Olympia Experimental Music Festival: Paintings for Animals, LA Lungs, Eurostache, and MorePosted by Daniel Ahrendt
For seventeen years, Olympia has held an annual experimental music festival, aptly named the Olympia Experimental Music Festival (OEMF). This year, it was held at the Northern, an all ages, non-profit art gallery and venue situated on 4th Ave, the heartstring of downtown Olympia. According to the festival statement written by the festival director Nathan Markiewicz, “the festival is a tremendous celebration of the Pacific Northwest’s legacy of ‘left of center’ music and art. It is also a celebration of DIY culture in general, particularly Olympia’s rich tradition of being a place where this philosophy is vital and important.” Sponsored by KAOS 89.3 FM, a community radio station located on the Evergreen State College Campus, the festival comprised three nights of performances from around 7pm to midnight, June 10th-12th.
Paintings for Animals
I attended the first night of performances at the Northern, a bright and charming space adorned currently with comic illustrations from several local Olympian artists. The lineup initially consisted of seven acts and dropped to six after Portland, Oregon’s Marlo Eggplant called Markiewicz with the sudden news that her medication made it unreasonable to drive two hours north. The acts that did perform ran the gamut between absolutist drone metal, tribal electronics, an Atari with a meth habit, pure improv, and through-composed ambiance.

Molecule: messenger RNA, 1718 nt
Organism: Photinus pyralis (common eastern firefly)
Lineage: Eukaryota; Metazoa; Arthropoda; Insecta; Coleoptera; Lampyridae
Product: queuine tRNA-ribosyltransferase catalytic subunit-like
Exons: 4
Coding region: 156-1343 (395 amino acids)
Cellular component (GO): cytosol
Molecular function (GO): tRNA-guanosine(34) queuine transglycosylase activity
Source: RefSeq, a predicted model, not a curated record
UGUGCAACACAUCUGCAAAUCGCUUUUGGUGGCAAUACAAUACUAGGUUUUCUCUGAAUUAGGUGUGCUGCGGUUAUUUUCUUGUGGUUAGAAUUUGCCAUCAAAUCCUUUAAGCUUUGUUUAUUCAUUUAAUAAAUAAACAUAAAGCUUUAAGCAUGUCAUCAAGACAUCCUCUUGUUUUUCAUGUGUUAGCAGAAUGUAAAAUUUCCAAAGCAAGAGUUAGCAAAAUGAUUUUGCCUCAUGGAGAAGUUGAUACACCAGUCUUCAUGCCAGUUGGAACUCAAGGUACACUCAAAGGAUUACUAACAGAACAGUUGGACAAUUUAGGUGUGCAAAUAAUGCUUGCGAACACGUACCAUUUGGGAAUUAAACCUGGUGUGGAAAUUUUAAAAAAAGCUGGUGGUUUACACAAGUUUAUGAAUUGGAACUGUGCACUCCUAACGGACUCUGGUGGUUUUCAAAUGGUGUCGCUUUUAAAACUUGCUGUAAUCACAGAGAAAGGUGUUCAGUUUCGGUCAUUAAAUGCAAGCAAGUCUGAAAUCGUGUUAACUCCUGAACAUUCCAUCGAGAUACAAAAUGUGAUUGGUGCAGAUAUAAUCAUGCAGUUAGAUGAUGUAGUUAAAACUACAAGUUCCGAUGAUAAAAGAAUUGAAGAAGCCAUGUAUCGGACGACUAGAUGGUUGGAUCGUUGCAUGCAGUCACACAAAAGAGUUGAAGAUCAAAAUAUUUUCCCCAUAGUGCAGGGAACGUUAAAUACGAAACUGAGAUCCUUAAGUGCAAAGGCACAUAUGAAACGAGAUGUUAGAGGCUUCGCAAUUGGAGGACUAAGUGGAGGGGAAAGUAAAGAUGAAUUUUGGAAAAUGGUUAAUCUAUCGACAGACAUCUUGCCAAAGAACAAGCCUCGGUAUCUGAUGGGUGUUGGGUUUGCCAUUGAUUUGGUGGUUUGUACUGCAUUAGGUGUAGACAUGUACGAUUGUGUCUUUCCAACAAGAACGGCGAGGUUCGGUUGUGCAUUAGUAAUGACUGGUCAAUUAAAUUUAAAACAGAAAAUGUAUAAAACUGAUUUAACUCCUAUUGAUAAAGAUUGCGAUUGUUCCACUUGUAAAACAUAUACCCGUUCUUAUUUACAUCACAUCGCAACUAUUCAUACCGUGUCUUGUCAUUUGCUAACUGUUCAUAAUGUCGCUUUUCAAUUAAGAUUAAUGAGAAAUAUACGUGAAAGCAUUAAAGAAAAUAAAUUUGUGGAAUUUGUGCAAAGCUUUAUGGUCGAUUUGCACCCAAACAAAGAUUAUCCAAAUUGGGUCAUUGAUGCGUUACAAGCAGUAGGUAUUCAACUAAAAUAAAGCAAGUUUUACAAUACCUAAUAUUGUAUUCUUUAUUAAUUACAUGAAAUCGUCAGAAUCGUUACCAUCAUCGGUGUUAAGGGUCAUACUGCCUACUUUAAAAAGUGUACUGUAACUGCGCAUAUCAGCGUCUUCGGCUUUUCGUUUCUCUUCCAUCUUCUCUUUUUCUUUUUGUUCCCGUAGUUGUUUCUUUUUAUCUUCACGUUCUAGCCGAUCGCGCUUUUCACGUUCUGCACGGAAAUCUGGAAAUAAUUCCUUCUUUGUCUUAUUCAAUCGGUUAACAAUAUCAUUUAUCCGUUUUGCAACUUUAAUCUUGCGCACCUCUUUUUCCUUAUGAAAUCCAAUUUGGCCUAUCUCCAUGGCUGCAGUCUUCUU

Paintings for Animals is the brain child of Olympia native Pearson Wallace-Hoyt and cultivates an atmosphere of tribal intoxication. Sound loops mix with live use of droning medicine bowls, hand drums, and incense to develop an amoral, natural pulse. LA Lungs is the project of the festival director Nathan Markiewicz himself. Combined with his wife Lori, the duo create ethereal drone of microscopic tendencies, moving slowly in between time and notes, leading the listener to constantly lean inward.
San Francisco’s Eurostache are an improv collective of an optimum eight members, melding musicians of purely electronic inclinations with scatter-brained bass, experimental vocals, percussion, and circuit bending. Only six could make it up for this show, leaving out a cello and a clarinet. Regardless, the group performed their chosen instruments with certainty and discerning ears, leaving me expecting their performance to be completely through-composed, or completely pre-planned. On the opposite end of the spectrum were Echoes of Infiniti, an Olympia duo that performed forty-five minutes of fixed doom-metal drone, ornamented sparingly with boran, gong, and an electronic loop. Whereas Eurostache left the audience unsure of what sounds in the room where a part of the performance due to the musics transience, Echoes of Infiniti engulfed the room in absolute sound, fully dominating the local pressure density.
Echoes of Infiniti
The night’s first two acts, Big Tom The Lithuanian and 4th Dimensional Nightmare sounded like two different approaches to video game scoring. While Big Tom made it clear that his classical piano chops were quite strong, even through the various wet pads on his Korg Karma work station, 4th Dimensional Nightmare utilized an effects loop and electric guitar to create digital noise in the context of a four-four beat.
4th Dimensional Nightmare
The variety and talent present on Friday night was substantial, and that was just night one. Seven more acts played on Saturday, Olympia’s Technicolor Yawn held a performance of his “Drone For Peace in the Key of F” at the capitol dome on Sunday at 1pm, and seven more artists performed that night accompanied by video artists. This event has occurred every year for seventeen straight. It’s a fabulous example of the diverse “weirdo” music community in the NW that the typical concert listings never glance at.